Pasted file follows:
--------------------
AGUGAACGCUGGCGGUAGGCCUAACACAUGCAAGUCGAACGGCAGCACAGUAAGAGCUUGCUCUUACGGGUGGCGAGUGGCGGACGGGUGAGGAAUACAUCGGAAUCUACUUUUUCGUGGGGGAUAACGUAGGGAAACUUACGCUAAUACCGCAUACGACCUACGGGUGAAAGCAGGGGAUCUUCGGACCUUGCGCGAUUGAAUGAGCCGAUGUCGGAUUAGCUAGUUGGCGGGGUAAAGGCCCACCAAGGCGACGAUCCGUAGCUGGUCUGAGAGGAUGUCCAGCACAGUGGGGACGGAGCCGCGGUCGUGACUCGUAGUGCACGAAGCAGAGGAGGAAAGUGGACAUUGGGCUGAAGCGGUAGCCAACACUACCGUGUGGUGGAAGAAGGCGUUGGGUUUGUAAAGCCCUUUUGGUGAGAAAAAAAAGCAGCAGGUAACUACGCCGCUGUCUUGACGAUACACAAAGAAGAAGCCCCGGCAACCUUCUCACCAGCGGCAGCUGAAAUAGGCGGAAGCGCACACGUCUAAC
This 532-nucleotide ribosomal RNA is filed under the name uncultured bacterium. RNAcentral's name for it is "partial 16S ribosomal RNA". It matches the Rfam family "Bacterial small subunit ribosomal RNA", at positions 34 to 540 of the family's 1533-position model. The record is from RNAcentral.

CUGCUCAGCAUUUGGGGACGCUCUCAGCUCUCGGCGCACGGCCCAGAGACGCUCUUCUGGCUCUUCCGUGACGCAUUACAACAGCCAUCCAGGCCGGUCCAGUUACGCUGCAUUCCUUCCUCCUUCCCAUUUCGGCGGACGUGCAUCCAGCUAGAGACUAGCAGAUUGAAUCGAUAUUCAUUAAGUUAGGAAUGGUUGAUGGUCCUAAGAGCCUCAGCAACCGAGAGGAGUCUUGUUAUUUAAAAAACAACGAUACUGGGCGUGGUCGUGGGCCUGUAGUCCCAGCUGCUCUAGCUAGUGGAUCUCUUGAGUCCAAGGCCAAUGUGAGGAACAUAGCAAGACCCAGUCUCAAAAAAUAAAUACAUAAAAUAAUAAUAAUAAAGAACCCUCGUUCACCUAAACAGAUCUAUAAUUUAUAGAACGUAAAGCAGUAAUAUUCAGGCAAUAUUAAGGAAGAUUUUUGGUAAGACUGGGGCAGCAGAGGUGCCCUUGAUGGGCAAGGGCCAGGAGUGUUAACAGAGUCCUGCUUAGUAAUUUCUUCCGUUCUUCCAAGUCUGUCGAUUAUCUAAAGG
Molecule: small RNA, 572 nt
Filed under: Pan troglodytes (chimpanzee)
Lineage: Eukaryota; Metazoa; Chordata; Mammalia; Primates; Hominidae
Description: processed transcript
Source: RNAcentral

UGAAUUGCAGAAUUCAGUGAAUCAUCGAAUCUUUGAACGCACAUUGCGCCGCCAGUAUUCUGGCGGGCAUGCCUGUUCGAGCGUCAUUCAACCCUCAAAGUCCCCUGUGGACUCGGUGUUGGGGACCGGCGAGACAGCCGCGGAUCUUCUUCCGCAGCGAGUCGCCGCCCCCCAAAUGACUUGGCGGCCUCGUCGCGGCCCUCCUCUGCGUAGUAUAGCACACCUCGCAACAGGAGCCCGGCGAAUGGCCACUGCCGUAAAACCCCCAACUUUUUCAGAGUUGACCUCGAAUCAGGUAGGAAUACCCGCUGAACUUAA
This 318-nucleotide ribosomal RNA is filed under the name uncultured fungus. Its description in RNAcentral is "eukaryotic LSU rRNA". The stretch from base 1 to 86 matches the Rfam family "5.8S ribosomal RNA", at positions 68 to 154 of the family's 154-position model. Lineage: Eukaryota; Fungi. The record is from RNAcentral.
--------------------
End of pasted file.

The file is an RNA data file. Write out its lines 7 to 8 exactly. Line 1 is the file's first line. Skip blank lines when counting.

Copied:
Description: processed transcript
Source: RNAcentral